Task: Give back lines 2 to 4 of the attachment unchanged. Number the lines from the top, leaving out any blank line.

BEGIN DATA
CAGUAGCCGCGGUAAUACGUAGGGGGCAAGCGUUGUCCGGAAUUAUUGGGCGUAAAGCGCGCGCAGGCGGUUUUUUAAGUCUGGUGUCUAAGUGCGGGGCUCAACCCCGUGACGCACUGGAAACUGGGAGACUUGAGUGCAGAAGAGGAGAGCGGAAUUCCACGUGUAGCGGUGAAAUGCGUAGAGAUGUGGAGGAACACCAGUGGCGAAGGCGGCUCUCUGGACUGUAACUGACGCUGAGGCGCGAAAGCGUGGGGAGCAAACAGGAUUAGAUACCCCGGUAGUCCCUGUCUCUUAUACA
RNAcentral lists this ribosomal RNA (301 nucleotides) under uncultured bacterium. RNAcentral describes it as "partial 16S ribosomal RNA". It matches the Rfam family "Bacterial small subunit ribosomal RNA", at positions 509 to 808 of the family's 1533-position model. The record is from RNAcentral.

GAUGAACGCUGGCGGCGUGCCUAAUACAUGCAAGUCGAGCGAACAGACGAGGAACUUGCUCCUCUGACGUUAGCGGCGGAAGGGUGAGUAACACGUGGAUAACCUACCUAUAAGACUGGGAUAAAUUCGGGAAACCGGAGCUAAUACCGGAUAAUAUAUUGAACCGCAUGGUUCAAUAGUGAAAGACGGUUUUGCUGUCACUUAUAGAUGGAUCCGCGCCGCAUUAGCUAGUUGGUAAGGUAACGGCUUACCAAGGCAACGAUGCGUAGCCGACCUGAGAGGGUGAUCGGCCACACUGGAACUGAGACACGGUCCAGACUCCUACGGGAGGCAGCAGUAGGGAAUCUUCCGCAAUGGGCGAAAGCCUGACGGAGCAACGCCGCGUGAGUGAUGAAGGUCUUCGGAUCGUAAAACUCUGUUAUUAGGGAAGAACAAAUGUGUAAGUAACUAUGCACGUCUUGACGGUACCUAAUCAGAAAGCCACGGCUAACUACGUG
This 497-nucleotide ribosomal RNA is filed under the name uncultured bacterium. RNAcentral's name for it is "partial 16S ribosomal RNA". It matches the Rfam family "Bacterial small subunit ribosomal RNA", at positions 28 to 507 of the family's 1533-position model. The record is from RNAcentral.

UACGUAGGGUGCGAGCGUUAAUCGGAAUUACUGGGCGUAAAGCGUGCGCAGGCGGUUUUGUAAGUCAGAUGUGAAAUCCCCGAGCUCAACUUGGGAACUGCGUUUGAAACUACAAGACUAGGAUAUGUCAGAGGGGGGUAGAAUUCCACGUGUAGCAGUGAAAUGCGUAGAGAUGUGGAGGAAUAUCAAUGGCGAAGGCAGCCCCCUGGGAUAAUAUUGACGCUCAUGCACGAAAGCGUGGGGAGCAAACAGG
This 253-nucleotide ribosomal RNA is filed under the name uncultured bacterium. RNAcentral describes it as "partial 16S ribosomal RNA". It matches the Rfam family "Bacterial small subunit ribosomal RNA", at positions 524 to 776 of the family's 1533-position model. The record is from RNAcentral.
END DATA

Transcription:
RNAcentral lists this ribosomal RNA (301 nucleotides) under uncultured bacterium. RNAcentral describes it as "partial 16S ribosomal RNA". It matches the Rfam family "Bacterial small subunit ribosomal RNA", at positions 509 to 808 of the family's 1533-position model. The record is from RNAcentral.

GAUGAACGCUGGCGGCGUGCCUAAUACAUGCAAGUCGAGCGAACAGACGAGGAACUUGCUCCUCUGACGUUAGCGGCGGAAGGGUGAGUAACACGUGGAUAACCUACCUAUAAGACUGGGAUAAAUUCGGGAAACCGGAGCUAAUACCGGAUAAUAUAUUGAACCGCAUGGUUCAAUAGUGAAAGACGGUUUUGCUGUCACUUAUAGAUGGAUCCGCGCCGCAUUAGCUAGUUGGUAAGGUAACGGCUUACCAAGGCAACGAUGCGUAGCCGACCUGAGAGGGUGAUCGGCCACACUGGAACUGAGACACGGUCCAGACUCCUACGGGAGGCAGCAGUAGGGAAUCUUCCGCAAUGGGCGAAAGCCUGACGGAGCAACGCCGCGUGAGUGAUGAAGGUCUUCGGAUCGUAAAACUCUGUUAUUAGGGAAGAACAAAUGUGUAAGUAACUAUGCACGUCUUGACGGUACCUAAUCAGAAAGCCACGGCUAACUACGUG
This 497-nucleotide ribosomal RNA is filed under the name uncultured bacterium. RNAcentral's name for it is "partial 16S ribosomal RNA". It matches the Rfam family "Bacterial small subunit ribosomal RNA", at positions 28 to 507 of the family's 1533-position model. The record is from RNAcentral.